France, for its part, increased exports to Malaysia and oth­er East Asian coun­tries, but not to the EU, imply­ing that this lat­ter mar­ket was already sat­u­rat­ed. Over­all, exports fell by 30,000 tonnes in 2018, sug­gest­ing that more plas­tic waste had to be processed domes­ti­cal­ly. Treat­ed French com­pa­nies were also 15% more like­ly to export to the EU in 2018 and 22% more like­ly in 2019. The fig­ures are high­er for exports to out­side the EU with an addi­tion­al increase of 39% in 2018 and 37% in 2019.

We did find, how­ev­er, that the sit­u­a­tion was very dif­fer­ent for the two sets of des­ti­na­tions: affect­ed com­pa­nies react­ed imme­di­ate­ly by redi­rect­ing their exports to oth­er coun­tries out­side the EU, but they also start­ed to redi­rect these exports to Euro­pean part­ner coun­tries from 2018 onwards – and increas­ing­ly so in 2019. A longer time peri­od would be need­ed to con­firm these trends.

The quality of French exports and prices

The Chi­nese ban also affect­ed the type of plas­tic waste export­ed by France to oth­er coun­tries. The data shows that Malaysia has replaced Chi­na for when it comes to low qual­i­ty waste, which is sold on aver­age 60% cheap­er than the aver­age price of exports to the Nether­lands (an impor­tant trad­ing part­ner for France) for the same prod­uct categories.

What is more, the dif­fer­ent Euro­pean mem­ber states seem to have reor­gan­ised their plas­tic waste man­age­ment and a form of spe­cial­i­sa­tion has appeared. Bel­gium has become a plat­form, for exam­ple, while Ger­many and the Nether­lands import the cheap­est waste and burn it to pro­duce ener­gy from recy­cled mate­ri­als. Cer­tain coun­tries, such as Italy and Spain, are focus­ing on pro­cess­ing high­er qual­i­ty, more expen­sive waste.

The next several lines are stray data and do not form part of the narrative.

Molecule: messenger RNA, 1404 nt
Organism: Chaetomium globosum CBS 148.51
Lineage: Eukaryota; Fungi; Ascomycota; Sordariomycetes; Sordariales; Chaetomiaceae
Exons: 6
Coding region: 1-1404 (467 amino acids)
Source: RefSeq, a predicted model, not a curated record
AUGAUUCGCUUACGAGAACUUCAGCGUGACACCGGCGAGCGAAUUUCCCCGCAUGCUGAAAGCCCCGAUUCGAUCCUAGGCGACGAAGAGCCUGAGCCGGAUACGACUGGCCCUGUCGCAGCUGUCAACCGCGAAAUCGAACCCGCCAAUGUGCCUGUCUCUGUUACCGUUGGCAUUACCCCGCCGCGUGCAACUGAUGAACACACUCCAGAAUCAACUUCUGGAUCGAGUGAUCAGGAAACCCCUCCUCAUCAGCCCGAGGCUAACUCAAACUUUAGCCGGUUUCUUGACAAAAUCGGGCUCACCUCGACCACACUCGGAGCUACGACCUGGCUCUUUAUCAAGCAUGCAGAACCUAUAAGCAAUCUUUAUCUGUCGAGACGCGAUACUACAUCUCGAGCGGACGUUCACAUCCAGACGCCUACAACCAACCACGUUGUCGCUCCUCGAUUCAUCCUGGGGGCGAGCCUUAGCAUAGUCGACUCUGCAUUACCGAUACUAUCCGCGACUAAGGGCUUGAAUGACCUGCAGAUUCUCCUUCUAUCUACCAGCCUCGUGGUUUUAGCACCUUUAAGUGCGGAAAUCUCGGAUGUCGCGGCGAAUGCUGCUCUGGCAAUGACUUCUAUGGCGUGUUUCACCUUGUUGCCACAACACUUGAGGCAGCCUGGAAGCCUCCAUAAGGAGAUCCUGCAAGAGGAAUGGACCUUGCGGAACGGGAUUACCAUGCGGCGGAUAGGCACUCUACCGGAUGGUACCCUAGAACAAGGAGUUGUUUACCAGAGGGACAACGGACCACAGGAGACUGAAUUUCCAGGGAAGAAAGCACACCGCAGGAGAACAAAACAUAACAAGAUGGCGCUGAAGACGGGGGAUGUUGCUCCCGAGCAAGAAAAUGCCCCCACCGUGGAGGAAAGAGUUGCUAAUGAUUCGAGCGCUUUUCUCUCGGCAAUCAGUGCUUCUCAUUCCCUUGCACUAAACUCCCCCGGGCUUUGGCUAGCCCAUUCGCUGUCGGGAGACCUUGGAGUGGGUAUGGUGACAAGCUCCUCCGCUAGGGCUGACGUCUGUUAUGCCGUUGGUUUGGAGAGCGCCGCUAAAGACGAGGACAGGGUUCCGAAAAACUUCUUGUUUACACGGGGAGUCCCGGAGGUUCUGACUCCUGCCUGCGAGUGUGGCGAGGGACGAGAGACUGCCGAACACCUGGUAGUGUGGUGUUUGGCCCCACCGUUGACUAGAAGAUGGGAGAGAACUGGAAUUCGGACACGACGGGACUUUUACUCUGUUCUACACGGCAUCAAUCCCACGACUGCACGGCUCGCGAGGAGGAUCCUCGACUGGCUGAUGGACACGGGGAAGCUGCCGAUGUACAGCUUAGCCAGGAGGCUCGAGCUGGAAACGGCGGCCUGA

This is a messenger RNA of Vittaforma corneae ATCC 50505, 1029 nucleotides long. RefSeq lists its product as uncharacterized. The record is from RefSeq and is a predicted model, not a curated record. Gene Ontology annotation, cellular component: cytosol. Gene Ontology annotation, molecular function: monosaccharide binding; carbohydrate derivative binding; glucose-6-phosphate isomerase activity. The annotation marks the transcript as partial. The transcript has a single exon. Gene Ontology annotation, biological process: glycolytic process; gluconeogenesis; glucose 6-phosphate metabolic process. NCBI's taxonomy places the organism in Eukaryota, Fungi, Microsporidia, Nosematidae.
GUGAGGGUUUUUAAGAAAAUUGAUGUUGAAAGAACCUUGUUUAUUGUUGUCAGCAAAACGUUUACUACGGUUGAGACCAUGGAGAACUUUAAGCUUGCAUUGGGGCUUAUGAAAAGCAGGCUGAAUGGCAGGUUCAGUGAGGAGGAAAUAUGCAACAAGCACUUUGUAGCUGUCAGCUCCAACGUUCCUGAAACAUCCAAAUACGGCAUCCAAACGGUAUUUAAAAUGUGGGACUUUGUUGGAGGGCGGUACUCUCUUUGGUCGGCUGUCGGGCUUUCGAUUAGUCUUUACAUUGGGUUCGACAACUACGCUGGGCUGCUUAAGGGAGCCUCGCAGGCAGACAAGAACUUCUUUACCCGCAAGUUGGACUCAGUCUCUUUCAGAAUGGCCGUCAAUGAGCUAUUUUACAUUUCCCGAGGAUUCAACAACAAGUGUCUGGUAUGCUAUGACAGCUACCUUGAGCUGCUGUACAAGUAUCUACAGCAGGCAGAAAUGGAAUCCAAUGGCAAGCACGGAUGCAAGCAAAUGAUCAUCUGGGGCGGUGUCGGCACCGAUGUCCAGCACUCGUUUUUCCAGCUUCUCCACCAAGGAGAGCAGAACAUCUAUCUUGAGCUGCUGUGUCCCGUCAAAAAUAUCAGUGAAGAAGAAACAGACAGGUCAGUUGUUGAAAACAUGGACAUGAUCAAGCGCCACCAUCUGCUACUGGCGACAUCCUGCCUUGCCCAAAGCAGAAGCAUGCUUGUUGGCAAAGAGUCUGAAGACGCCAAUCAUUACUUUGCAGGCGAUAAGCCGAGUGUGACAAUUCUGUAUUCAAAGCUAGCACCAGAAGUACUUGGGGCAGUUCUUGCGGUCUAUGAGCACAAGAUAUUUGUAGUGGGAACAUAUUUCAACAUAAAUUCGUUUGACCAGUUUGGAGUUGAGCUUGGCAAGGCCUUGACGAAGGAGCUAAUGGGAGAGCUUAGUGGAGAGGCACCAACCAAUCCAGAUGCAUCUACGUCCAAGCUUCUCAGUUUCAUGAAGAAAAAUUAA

Conclusions

The way in which the 2017 Chi­nese ban affect­ed French exports both with­in the Euro­pean mar­ket and to the rest of the world can pro­vide valu­able infor­ma­tion on how France will adapt to the new 2021 EU reg­u­la­tions. One impor­tant con­se­quence is that much of the country’s dif­fi­cult-to-recy­cle waste will now have to be treat­ed at home. In the short term, this will require mas­sive invest­ment in mod­ern and effi­cient sort­ing and recy­cling infra­struc­tures. Any delay in set­ting up these sys­tems could encour­age an increase in ille­gal trade in this lucra­tive sec­tor. This is some­thing that hap­pens in gen­er­al when poli­cies are tight­ened and state invest­ment is lacking. 

Our study pro­vides guide­lines for quick action by mak­ing use of ini­tia­tives such as the Green Pact for Europe, which aims to recy­cle 50% of the plas­tic waste gen­er­at­ed by the EU by 2030. Con­cert­ed efforts by mem­ber states could allow the trade in plas­tic waste to become a source of eco­nom­ic gain for Europe by 2030, while being ben­e­fi­cial for the environment.

Summary by Isabelle Dumé 
1https://​advances​.sci​encemag​.org/​c​o​n​t​e​n​t​/​3​/​7​/​e​1​7​00782
2https://​sci​ence​.sci​encemag​.org/​c​o​n​t​e​n​t​/​3​4​7​/​6​2​2​3/768

Contributors

Isabelle Méjean

Isabelle Méjean

Head of economics department at the Institut Polytechnique de Paris and Best young French economist 2020

Isabelle Méjean is a professor at the Centre for Research in Economics and Statistics (CREST: a joint research unit of CNRS, ENSAE Paris, École Polytechnique - Institut Polytechnique de Paris, GENES). Head of the economics department at the Institut polytechnique de Paris, she is the winner of the prize for the best young economist of France 2020 (Le Cercle des économistes - Le Monde).

julien martin

Julien Martin

professor in the Department of Economics at the University of Quebec in Montréal (ESG-UQAM)

Julien Martin's research interests relate to international trade, urban economics and macroeconomics. A member of the Centre d’Etudes sur l’Intégration et la Mondialisation (CEIM), he holds the UQAM Strategic Research Chair on the local impact of multinational firms since 2019.